United States District Court, M.D. Louisiana
RULING AND ORDER
A. JACKSON, JUDGE
the Court is the United States Magistrate Judge's
Report and Recommendation (Doc. 9) pursuant
to 28 U.S.C. §636(b)(1). The Report and Recommendation
addresses pro se Petitioner Timothy Randazzo's habeas
corpus petition (Doc. 1) pursuant to 28 U.S.C. §2254,
attacking his criminal conviction and sentence entered in
2011. The Magistrate Judge recommended that Petitioner's
habeas corpus relief be denied, with prejudice, as untimely,
and that in the event that the petitioner seeks to pursue an
appeal, a certificate of appealability be denied. (Doc. 9 at
Report and Recommendation notified the parties that, pursuant
to 28 U.S.C. §636(b)(1), they had fourteen days from the
date they received the Report and Recommendation to file
written objections to the proposed findings of fact,
conclusions of law, and recommendations therein. Petitioner
filed a timely objection, and Defendants did not respond.
Magistrate Judge found Petitioner's petition to be
untimely under 28 U.S.C. §2244(d). Section 2244(d)
provides a one-year statute of limitations for federal habeas
corpus claims brought by prisoners in state custody. The
limitations period begins to run (1) on the date that the
judgment becomes final through the conclusion of direct
review or (2) through the expiration of time for seeking such
review. 28 U.S.C. §2244(d)(1)(A). Here, a total of 557
days elapsed between the time Petitioner's conviction
became final and the filing of the petition.
objection, Petitioner argues that although his petition was
untimely, the delay in the filing of the petition was due to
circumstances beyond his control. (Doc. 10 at p. 2).
Specifically, Petitioner alleges that he was provided
assistance with his case by inmate counsel, but that his
inmate counsel misplaced all of his legal documents.
Petitioner further states that he was transferred to another
facility, which caused a delay in receiving his legal papers.
Petitioner claims that a year and a half passed before he
received most of his legal papers. Petitioner received
assistance from inmate counsel at the new facility and was
told that his petition could still be timely if filed.
Petitioner asserts that it was the incompetent assistance of
counsel that caused his petition to be filed untimely.
Petitioner asks this Court to consider his circumstances to
be extraordinary circumstances that qualify for equitable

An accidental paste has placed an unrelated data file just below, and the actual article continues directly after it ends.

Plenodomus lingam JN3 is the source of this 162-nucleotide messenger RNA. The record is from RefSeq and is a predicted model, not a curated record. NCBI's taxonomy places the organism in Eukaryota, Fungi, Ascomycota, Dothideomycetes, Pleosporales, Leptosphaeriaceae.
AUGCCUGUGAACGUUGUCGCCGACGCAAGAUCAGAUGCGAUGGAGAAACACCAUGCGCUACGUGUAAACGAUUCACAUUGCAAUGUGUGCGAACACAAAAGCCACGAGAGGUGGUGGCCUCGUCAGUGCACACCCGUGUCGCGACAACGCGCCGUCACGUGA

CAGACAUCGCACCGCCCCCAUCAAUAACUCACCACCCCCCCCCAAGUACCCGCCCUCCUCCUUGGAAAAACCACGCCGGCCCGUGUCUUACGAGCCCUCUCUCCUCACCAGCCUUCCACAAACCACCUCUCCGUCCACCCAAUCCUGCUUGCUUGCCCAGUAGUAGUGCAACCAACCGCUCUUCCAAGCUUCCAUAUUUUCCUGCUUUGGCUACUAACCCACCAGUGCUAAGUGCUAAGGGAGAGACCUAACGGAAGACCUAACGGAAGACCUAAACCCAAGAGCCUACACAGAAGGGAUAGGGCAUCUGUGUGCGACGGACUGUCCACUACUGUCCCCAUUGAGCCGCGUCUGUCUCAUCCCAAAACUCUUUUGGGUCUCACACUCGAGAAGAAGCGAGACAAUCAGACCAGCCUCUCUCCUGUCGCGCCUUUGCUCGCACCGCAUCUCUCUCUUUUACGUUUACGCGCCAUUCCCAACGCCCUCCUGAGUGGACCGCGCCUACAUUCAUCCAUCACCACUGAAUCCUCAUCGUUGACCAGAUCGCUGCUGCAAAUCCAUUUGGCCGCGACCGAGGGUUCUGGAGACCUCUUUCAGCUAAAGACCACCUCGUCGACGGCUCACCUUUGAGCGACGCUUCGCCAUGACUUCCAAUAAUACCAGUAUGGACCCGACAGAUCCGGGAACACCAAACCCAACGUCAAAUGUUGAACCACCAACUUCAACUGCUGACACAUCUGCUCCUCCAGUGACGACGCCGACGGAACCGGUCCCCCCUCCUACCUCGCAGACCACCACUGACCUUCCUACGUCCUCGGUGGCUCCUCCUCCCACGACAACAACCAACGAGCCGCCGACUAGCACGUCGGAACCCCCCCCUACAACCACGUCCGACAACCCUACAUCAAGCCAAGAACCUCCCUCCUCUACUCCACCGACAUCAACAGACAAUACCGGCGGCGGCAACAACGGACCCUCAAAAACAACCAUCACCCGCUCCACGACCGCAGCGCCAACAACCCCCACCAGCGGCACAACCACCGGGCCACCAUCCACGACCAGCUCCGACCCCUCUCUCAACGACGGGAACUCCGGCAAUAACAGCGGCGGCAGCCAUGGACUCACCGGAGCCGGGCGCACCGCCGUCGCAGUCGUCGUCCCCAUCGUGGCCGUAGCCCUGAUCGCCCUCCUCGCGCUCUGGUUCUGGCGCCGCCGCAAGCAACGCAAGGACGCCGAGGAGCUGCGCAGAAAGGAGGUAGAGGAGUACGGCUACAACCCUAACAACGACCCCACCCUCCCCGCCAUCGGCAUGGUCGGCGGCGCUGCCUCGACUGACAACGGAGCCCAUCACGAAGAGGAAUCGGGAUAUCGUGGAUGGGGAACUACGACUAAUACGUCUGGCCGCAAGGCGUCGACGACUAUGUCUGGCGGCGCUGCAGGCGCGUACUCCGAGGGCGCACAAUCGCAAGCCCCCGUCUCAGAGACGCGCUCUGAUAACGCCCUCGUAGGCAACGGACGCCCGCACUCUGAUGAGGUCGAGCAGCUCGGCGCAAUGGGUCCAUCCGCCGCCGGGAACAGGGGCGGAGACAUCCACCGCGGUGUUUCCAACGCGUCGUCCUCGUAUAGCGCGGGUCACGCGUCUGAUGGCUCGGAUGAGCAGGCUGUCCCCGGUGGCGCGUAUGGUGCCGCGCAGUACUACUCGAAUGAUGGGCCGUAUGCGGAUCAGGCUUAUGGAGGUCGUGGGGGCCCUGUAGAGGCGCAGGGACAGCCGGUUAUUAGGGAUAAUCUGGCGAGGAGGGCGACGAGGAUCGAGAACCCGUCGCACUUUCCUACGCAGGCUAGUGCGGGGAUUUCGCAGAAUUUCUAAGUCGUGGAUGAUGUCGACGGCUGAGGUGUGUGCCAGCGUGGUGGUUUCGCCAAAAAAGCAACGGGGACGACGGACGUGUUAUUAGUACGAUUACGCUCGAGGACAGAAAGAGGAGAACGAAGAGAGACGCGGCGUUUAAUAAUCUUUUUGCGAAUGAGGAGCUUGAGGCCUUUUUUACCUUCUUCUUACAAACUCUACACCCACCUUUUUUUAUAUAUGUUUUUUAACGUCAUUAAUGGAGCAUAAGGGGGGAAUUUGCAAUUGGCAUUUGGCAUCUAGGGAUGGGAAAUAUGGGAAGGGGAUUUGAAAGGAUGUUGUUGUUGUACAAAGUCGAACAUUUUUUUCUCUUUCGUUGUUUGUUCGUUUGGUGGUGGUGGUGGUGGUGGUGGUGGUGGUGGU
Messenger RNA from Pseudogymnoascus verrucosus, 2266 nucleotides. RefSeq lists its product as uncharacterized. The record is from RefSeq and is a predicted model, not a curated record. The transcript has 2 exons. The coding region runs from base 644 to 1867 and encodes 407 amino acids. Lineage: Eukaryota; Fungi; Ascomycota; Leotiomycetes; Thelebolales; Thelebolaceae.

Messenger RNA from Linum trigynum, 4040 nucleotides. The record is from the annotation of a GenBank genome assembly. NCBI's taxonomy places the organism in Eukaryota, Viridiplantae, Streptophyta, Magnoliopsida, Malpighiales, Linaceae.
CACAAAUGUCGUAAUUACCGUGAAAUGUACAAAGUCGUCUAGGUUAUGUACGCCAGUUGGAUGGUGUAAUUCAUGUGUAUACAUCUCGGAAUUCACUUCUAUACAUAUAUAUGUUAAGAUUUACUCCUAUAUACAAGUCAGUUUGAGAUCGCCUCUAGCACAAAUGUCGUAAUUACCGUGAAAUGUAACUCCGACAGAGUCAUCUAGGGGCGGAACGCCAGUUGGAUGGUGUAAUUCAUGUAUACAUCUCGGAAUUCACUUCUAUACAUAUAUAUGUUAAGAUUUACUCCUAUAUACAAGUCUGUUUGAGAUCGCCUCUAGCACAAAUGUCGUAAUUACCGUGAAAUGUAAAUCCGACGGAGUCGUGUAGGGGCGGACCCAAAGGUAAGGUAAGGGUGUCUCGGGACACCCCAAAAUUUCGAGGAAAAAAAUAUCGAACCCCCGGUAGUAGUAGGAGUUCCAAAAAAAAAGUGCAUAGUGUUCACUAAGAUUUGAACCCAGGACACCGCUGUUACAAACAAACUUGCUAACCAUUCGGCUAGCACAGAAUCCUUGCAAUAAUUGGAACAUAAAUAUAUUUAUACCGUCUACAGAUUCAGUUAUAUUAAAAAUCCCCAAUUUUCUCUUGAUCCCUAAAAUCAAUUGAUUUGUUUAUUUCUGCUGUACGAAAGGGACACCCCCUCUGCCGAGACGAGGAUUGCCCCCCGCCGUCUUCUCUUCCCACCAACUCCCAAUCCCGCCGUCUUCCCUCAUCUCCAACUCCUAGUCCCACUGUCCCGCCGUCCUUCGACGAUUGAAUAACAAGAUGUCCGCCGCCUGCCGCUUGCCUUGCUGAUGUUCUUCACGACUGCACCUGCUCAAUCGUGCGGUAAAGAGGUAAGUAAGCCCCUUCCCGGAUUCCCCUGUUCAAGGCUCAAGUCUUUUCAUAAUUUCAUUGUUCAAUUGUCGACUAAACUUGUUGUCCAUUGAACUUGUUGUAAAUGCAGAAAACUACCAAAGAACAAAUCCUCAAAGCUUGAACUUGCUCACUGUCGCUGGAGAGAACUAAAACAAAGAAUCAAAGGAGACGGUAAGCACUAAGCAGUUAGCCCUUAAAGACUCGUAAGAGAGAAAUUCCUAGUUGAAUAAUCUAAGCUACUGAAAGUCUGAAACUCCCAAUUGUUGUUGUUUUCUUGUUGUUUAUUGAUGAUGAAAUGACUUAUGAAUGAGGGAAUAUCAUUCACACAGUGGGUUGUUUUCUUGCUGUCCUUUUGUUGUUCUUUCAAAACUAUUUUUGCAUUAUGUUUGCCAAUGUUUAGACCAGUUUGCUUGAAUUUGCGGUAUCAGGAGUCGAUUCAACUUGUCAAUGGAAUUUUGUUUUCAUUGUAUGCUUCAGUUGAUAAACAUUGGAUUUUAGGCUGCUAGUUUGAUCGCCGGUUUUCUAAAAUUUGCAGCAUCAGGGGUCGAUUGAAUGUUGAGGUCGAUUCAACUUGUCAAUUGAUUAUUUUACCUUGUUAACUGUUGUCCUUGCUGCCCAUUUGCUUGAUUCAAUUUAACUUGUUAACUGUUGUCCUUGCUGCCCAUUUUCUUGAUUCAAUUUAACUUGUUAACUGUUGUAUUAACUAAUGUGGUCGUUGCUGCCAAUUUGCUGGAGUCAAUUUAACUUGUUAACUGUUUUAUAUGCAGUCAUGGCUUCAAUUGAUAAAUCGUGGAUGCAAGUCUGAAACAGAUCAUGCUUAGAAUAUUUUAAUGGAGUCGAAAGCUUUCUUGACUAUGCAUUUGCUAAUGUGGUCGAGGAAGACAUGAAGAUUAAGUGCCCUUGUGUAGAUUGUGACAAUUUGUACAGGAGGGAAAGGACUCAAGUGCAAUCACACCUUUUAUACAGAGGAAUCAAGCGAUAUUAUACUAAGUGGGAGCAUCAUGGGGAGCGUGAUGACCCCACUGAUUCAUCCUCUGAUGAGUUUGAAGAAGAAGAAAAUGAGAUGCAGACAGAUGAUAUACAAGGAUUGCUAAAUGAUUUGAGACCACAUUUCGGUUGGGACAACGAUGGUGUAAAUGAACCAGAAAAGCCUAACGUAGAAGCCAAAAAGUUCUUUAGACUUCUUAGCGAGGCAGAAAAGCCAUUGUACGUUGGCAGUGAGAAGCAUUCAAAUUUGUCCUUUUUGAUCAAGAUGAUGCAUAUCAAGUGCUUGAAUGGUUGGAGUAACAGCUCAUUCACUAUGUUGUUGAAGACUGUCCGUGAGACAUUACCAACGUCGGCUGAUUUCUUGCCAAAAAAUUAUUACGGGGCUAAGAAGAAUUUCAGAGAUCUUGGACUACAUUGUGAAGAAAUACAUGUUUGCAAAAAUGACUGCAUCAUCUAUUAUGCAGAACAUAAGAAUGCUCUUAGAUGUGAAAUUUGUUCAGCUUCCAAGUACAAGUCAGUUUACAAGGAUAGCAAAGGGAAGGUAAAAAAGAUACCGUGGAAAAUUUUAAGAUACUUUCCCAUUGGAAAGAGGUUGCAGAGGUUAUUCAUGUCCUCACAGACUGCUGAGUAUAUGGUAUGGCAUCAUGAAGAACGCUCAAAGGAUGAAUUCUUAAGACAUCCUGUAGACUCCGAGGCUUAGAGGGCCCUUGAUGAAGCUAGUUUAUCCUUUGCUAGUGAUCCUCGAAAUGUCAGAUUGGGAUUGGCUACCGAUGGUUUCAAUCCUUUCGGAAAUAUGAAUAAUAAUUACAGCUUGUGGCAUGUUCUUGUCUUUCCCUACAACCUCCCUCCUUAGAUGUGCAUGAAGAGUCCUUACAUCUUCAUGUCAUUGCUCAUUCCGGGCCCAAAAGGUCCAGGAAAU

tolling under Holland v. Florida, 560 U.S. 631, 130
S.Ct. 2549 (2010).
Holland, the Supreme Court of the United States
ruled that the one-year statute of limitations on petitions
for federal habeas relief by state prisoners is subject to
equitable tolling in appropriate cases. The Supreme Court
made clear that a petitioner is entitled to equitable tolling
only if (1) lie shows that he was pursuing his rights
diligently, and (2) that some extraordinary circumstance
stood in his way. The Magistrate Judge found that Petitioner
did not show that he pursued his rights diligently, because
extended periods of inactivity exist between Petitioner's
filings. The Magistrate Judge also found that Petitioner
failed to exercise such diligent conduct that would warrant
doctrine of equitable tolling is to be applied restrictively,
and the United States Court of Appeals for the Fifth Circuit
has held that it should be applied in "rare and
exceptional circumstances when a strict application of the
statute of limitations would be inequitable." Fierro
v. Cockrell, 294 F.3d 674, 682 (5th Cir. 2002). This
Court agrees that this case lacks a showing of reasonable
diligence as required to warrant the application of equitable
tolling. Petitioner allowed 557 days to elapse between the
conclusion of direct review and the filing of his habeas
petition. This cannot be said to display reasonable diligence
in pursuing an inmate's rights.
Magistrate Judge did not explore whether Petitioner's
situation was one of extraordinary circumstances. The
Magistrate Judge did not reach this issue because the first
element of equitable tolling, reasonable diligence, was not
found. Although the absence of one element prevents the Court
from finding that equitable tolling is warranted, the Court
will nonetheless address the second element, because it is
the basis of Petitioner's objection. The Fifth Circuit
has defined extraordinary circumstances as when the
petitioner is "prevented in some extraordinary way from
asserting his rights." See Coleman v. Johnson,
184 F.3d 398, 402 (5th Cir.1999)(quoting Rashidi v.
American President Lines, 96 F.3d 124, 128 (5th Cir.
1996). Petitioner alleges extraordinary circumstances but
provides no proof of such, and he offers no facts describing
his efforts to retrieve his legal paperwork. The series of
events Petitioner describes as extraordinary circumstances
are delays rather than roadblocks to asserting his rights.
Reasonable diligence could have overcome these delays. The
557 days between the date Petitioner's conviction became
final and the filing of the petition, without more proof,
strongly reveals a lack of reasonable diligence and
extraordinary circumstances. Thus, the Court finds that
equitable tolling is not warranted in this case.
carefully considered the underlying Complaint, the instant
motion, and related filings, the Court approves the
Magistrate Judge's Report and Recommendation, and hereby
adopts its findings of fact, conclusions of law, and
IS ORDERED that the Magistrate Judge's
Report and Recommendation (Doc. 9) is
ADOPTED as the Court's opinion herein.
IS FURTHER ORDERED that Petitioner's application